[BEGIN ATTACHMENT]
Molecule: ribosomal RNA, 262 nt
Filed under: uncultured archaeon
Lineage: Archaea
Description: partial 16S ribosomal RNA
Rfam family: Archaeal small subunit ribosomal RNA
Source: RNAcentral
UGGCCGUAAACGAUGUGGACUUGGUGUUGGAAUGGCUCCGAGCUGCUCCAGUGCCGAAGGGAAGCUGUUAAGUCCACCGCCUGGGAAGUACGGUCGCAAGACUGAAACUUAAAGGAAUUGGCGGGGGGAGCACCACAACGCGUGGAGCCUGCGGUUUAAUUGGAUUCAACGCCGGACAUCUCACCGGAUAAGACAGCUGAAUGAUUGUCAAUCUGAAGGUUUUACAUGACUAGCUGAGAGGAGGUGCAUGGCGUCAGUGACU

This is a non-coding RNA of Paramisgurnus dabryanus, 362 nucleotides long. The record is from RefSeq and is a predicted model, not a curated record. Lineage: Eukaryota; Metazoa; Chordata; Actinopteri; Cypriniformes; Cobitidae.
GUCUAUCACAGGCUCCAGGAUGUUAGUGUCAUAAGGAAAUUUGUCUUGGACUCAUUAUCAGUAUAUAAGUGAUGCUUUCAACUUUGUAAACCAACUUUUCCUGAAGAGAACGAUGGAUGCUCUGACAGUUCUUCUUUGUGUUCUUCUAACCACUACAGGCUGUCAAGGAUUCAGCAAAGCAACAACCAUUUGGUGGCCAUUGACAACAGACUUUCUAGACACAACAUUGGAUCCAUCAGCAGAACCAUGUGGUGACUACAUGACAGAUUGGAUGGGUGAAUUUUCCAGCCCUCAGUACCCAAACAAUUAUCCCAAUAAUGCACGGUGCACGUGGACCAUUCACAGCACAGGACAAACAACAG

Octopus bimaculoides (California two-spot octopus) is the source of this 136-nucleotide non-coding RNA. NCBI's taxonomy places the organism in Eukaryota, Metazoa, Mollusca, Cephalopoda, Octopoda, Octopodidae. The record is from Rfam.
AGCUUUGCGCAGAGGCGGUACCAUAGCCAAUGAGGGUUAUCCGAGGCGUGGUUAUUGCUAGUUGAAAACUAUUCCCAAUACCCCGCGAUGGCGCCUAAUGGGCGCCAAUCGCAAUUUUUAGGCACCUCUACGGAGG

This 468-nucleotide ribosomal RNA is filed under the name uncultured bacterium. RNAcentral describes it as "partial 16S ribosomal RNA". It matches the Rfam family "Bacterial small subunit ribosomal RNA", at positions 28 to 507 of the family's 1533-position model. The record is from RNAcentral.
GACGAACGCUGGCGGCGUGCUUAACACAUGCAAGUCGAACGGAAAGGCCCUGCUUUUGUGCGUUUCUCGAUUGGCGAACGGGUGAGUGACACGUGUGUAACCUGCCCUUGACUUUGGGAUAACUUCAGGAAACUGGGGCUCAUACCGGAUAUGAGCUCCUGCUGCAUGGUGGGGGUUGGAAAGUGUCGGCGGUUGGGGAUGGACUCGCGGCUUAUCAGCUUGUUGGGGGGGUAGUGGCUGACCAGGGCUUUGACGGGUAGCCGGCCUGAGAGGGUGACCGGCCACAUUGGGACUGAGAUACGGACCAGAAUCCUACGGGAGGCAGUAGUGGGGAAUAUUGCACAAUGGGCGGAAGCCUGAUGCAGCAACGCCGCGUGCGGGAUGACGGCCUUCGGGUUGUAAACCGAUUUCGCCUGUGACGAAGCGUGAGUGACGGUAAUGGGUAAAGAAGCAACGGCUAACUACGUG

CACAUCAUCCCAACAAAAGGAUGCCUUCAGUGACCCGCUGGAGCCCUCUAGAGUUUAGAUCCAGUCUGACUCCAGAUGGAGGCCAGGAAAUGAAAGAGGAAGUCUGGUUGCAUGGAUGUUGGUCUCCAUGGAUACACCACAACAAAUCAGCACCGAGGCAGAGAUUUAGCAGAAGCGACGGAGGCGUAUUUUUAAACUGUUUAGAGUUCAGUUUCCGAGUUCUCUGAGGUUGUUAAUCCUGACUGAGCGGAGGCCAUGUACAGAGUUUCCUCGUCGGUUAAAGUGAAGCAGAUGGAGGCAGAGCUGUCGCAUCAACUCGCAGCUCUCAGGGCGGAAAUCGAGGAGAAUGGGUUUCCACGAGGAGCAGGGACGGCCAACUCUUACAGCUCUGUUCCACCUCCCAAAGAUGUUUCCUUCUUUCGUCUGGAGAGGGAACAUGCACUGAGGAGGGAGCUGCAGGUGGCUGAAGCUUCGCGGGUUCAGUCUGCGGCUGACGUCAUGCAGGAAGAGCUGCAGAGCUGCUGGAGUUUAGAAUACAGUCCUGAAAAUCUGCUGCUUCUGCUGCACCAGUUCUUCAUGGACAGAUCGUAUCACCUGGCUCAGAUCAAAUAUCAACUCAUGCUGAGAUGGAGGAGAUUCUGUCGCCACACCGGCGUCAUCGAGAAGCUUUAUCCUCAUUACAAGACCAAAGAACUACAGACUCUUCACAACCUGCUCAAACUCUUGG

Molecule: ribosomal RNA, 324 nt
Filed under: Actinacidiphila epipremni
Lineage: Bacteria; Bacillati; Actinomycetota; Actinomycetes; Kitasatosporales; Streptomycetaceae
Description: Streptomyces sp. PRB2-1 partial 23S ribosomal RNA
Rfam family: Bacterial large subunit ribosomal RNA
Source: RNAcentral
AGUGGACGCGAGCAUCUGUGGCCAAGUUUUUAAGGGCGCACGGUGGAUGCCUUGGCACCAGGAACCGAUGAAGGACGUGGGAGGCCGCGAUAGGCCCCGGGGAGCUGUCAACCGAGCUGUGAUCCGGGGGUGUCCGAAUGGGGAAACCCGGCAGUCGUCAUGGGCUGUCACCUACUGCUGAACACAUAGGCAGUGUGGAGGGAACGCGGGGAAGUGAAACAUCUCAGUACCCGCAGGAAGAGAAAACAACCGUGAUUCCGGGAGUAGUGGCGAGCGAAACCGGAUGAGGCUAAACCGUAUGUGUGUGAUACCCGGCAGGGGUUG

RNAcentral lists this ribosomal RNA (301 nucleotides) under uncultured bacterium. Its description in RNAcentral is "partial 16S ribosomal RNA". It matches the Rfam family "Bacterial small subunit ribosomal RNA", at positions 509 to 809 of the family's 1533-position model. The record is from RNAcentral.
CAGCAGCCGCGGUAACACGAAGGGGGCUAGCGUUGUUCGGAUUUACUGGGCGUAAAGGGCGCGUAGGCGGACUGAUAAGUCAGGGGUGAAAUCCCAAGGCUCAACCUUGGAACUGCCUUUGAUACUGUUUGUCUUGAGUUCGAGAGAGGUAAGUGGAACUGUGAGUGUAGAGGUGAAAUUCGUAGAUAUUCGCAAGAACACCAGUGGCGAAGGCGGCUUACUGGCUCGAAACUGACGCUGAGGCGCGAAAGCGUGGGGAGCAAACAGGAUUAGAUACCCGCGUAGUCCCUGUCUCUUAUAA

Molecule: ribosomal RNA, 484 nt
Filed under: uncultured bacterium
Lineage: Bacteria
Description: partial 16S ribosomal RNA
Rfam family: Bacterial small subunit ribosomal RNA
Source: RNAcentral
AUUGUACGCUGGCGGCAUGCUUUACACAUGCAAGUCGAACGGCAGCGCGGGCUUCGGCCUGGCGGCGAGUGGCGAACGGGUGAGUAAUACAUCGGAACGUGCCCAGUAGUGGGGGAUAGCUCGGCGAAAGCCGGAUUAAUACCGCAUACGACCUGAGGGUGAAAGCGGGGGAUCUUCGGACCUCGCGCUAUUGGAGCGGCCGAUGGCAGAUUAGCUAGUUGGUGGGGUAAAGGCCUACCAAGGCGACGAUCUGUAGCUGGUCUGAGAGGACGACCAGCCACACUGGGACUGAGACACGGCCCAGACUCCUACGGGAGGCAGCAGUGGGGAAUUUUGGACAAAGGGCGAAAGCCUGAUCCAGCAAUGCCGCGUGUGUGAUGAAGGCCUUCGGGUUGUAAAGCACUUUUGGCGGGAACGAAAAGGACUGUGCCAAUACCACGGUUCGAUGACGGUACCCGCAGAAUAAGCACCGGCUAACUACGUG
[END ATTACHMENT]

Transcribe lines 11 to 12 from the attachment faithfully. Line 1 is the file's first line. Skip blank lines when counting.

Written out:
AGCUUUGCGCAGAGGCGGUACCAUAGCCAAUGAGGGUUAUCCGAGGCGUGGUUAUUGCUAGUUGAAAACUAUUCCCAAUACCCCGCGAUGGCGCCUAAUGGGCGCCAAUCGCAAUUUUUAGGCACCUCUACGGAGG

This 468-nucleotide ribosomal RNA is filed under the name uncultured bacterium. RNAcentral describes it as "partial 16S ribosomal RNA". It matches the Rfam family "Bacterial small subunit ribosomal RNA", at positions 28 to 507 of the family's 1533-position model. The record is from RNAcentral.